Goren and Eames work a case where organ donation has a price for the recipients beyond their medical bills.
Did You Know?
The underlying story of this episode alludes to a popular parable, "The Man Who Gave Away Everything". It is described in detail in an an episode of Fargo, Season 1 (2014), as told by Colin Hanks' character: "A rich man opens the paper one day, he sees the world is full of misery. He says, "I have money, I can help." So he gives away all of his money. But it's not enough. The people are still suffering. One day the man sees another article, he decides he was foolish to think just giving money was enough. So he goes to the doctor and says, "Doctor, i want to donate a kidney." The doctors do the surgery, it's a complete success. After, he knows he should feel good, but he doesn't, for people are still suffering. So he goes back to the doctor. He says, "Doctor, this time I want to give it all." The doctor says, "What does that mean, give it all?" He says, "This time I want to donate my liver, but not just my liver. I want to donate my heart, but not just my heart. I want to donate my corneas, but not just my corneas. I want to give it all away. Everything I am, all that I have." The doctor says, "A kidney is one thing but you can't give away your whole body piece by piece, that's suicide." And he sends the man home. But the man cannot live knowing that people are suffering and he could help. So he gives the one thing he has left, his life." See more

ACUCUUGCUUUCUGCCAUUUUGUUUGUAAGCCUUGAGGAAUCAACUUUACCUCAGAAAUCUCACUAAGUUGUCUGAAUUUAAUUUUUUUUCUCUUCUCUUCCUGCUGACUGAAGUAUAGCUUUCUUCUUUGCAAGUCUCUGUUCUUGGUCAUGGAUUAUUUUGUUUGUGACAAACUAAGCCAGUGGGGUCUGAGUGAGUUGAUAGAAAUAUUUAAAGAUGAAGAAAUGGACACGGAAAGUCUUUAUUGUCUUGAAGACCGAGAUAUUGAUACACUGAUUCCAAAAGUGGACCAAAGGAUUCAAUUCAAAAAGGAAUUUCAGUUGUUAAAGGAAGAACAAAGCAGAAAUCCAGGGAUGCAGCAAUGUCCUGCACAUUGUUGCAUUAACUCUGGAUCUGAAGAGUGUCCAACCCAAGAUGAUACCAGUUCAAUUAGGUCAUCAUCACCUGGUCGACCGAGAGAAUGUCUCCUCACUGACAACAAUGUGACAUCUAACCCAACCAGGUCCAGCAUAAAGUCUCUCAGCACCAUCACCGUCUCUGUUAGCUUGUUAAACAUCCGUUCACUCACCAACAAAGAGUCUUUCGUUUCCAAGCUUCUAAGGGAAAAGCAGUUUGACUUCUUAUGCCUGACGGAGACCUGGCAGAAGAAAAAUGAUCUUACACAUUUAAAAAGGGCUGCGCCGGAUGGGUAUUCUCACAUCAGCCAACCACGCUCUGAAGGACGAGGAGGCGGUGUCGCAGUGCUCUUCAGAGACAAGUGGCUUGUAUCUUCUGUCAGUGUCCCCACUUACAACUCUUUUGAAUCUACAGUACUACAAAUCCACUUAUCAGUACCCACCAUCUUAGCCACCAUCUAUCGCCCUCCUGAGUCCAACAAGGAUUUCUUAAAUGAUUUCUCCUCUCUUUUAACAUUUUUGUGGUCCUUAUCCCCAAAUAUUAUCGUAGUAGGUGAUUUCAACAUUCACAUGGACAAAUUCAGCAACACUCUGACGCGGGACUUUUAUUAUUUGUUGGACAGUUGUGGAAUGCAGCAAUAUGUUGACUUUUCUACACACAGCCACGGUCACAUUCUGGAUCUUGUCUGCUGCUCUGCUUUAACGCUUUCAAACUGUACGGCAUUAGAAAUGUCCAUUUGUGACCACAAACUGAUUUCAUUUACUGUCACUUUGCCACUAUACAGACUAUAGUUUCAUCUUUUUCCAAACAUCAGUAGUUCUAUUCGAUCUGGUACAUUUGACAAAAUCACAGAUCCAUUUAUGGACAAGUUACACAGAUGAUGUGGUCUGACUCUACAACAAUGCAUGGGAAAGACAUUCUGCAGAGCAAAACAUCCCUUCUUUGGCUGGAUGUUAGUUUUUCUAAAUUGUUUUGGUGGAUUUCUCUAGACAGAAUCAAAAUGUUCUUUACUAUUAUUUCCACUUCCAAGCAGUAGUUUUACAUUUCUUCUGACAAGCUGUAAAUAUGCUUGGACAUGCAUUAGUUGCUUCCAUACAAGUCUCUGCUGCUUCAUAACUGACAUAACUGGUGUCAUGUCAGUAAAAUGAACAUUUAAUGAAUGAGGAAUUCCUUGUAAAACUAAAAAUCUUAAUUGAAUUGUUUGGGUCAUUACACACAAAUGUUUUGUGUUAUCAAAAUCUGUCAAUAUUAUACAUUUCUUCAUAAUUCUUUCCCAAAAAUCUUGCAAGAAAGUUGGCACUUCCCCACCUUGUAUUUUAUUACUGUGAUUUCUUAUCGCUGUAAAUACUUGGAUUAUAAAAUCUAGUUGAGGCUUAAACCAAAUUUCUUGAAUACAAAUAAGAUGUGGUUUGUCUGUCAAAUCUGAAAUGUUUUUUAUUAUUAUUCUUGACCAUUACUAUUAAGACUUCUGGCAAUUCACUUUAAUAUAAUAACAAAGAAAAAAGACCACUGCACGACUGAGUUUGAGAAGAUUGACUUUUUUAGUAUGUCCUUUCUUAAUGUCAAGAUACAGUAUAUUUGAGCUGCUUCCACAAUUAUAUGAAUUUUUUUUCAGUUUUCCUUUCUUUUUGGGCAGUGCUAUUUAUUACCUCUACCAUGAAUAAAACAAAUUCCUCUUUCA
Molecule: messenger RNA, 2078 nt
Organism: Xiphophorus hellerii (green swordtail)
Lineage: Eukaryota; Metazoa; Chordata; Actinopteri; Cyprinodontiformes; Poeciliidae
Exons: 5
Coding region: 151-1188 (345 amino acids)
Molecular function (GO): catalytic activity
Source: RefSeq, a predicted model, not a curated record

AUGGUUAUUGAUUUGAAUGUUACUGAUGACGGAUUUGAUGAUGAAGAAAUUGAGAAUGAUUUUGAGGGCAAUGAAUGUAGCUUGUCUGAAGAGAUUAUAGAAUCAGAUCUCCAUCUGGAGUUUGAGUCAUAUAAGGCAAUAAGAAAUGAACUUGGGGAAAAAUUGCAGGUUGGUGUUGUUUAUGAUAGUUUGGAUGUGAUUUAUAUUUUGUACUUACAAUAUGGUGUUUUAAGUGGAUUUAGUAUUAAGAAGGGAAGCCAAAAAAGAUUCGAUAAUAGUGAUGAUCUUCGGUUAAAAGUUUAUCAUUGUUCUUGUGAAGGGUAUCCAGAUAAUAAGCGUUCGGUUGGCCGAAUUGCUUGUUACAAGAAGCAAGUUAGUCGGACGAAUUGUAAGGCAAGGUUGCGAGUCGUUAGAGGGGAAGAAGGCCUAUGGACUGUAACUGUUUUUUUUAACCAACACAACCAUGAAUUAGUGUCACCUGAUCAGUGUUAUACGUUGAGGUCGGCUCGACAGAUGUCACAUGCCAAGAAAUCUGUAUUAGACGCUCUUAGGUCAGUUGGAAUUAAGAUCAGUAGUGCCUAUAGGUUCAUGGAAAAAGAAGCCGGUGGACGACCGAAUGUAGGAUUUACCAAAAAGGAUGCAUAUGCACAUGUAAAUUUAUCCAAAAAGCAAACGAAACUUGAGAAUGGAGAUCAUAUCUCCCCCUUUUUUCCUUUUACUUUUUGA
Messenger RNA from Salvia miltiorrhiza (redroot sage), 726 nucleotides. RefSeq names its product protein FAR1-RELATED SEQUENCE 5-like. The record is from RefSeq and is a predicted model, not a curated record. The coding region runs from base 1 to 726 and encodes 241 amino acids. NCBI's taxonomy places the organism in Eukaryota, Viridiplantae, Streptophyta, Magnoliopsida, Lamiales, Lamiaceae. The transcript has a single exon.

Individuals with Cystic Fibrosis do not benefit from the transplantation of a single lobe of a lung. The right lung has three large lobes. And the left lobe has two. So donating a single lobe of a lung would do very little good for these kinds of patients. They wouldn't even benefit from a single lung transplant. Cystic Fibrosis that is treated with a lung transplantation involves resecting both affected lungs, and transplanting in a right and a left lung. It is imperative that these patients receive two lungs. See more
Detective Robert Goren
[appealing to criminal suspect
I mean, what's more selfish than the desire for personal freedom?